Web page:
study on algorithmic video

This project consists of a series of studies on algorithmic video. They investigate the opportunities for dynamic spatial montage offered by digital video. Found footage excerpts are fed to different algorithms that manipulate the pixels of the videos in real time.

Algorithmic videos SLIT SCAN and TIME SCULPURE experiment with the temporal dimension of the video. They visualize simultaneously areas of past and future frames of the same video. The projects REAL-TIME VIDEO MIX and TU/TWO investigate interactive ways to compose and mix multiple videos in real time.


REAL-TIME VIDEO MIX

In REAL-TIME VIDEO MIX areas a video are replaced by the corresponding areas of another video in real time, according the selections of the viewer.

Software: C++ (OpenFrameworks).
Found Footage: Dreams by Akira Kurosawa, Outer Space by Peter Tscherkassky
Watch video :: http://www.youtube.com/watch?v=F01_fc4UplI


SLIT SCAN

In SLIT SCAN fragments of past and future frames of the same video are visualised simultaneously. Every horizontal line of pixels visualizes the corresponding pixels of a future frame. This transformation adds fluidity to the forms, freeing them from spaciotemporal constraints.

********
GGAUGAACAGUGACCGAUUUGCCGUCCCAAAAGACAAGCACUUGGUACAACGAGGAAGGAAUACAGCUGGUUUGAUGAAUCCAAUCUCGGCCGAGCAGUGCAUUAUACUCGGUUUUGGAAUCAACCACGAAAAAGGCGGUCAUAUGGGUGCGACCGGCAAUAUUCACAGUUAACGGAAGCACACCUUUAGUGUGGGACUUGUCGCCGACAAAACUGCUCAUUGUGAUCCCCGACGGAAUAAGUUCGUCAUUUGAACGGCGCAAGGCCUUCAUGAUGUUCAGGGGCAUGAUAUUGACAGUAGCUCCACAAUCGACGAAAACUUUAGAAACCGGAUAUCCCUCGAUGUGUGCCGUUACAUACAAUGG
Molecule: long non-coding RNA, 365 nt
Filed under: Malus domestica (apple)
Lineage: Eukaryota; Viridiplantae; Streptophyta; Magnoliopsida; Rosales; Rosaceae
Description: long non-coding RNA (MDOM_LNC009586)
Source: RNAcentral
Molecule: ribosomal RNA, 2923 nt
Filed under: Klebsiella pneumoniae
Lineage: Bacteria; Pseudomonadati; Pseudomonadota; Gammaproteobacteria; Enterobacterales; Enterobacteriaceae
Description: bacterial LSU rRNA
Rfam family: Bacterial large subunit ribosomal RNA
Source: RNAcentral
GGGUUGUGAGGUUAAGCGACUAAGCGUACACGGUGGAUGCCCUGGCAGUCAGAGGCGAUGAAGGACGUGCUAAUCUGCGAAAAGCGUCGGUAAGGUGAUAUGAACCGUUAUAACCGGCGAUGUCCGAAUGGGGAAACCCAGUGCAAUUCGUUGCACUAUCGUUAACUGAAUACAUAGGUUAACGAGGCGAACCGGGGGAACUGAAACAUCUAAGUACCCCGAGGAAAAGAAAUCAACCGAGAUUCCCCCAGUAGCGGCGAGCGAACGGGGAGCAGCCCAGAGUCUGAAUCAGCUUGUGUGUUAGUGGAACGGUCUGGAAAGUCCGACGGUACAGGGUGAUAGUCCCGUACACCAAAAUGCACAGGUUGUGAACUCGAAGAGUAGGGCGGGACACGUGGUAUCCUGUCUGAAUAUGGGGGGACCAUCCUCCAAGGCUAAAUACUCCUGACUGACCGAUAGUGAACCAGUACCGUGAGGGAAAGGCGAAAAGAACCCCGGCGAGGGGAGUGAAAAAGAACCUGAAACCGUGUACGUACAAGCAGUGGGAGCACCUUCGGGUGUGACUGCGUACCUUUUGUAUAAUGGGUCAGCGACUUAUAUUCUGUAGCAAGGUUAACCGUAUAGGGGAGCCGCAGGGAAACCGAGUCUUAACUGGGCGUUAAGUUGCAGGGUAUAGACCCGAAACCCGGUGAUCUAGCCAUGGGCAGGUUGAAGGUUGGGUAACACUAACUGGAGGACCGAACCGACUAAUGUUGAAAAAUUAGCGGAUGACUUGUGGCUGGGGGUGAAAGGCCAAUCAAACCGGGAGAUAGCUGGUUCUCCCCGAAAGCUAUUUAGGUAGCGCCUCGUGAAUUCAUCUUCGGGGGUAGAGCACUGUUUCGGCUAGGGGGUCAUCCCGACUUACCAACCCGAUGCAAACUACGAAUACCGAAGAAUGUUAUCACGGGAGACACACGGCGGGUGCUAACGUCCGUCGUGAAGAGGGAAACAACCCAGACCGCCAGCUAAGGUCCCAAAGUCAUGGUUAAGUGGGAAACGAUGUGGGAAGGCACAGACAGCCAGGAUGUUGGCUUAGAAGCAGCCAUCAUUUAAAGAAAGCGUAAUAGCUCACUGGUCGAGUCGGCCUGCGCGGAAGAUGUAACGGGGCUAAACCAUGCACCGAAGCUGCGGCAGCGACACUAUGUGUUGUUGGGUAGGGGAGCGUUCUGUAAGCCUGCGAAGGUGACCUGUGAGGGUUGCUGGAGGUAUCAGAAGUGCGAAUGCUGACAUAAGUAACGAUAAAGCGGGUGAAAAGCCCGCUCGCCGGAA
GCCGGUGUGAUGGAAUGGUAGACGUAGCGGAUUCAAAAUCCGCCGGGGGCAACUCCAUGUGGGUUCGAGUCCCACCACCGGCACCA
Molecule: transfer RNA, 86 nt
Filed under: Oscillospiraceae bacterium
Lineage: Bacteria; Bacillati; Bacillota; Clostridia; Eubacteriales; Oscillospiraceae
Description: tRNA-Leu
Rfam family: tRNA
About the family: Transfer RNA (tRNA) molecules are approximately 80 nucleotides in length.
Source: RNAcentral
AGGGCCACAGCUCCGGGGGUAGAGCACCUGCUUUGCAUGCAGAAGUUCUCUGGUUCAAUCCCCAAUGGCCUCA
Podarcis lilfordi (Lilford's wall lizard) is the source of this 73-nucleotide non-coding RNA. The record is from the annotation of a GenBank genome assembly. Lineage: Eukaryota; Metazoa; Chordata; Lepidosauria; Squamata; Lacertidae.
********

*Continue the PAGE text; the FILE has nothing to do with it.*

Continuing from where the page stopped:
Software: Processing.
Found footage: ‘Pas de Deux’ by Norman McLaren.
Watch video :: http://www.youtube.com/watch?v=TIXR2_i5FnI


TIME SCULPTURE

In TIME SCULPTURE, pixels of past and future frames of the same video are visualised simulatneously in circular concentric areas around the point selected by the viewer.

Every future frame of the video is placed in a different depth, creating a virtual 3D volume out of 2D video-frames. This way, the time dimension is transformed to a third spatial dimension.

Software: Processing.
Found footage: A fragment of the movie ‘Mirror Mask’ by Dave McKean.
Watch photos :: http://www.flickr.com/photos/peqpez/sets/72157625851973277/


TU/TWO

tutu

In TU // TWO the movement of the performer is used to create a dynamic mask that makes areas of different videos, simultaneously visible.
A computer vision algorithm detects the movement of the performer and uses this information to process the image of multiple videos, that are simultaneously reproduced at multiple layers. TU //TWO can be presented both as a performance as well as an interactive installation, permitting the audience to experiment with the influence of their movement on an audiovisual composition.

Developed with: Processing
Found footage: ‘La Antena’ (Esteban Sapir), ‘Baron Prasil’ (Karel Zeman).
Photos: http://www.flickr.com/photos/peqpez/sets/72157625977412098/

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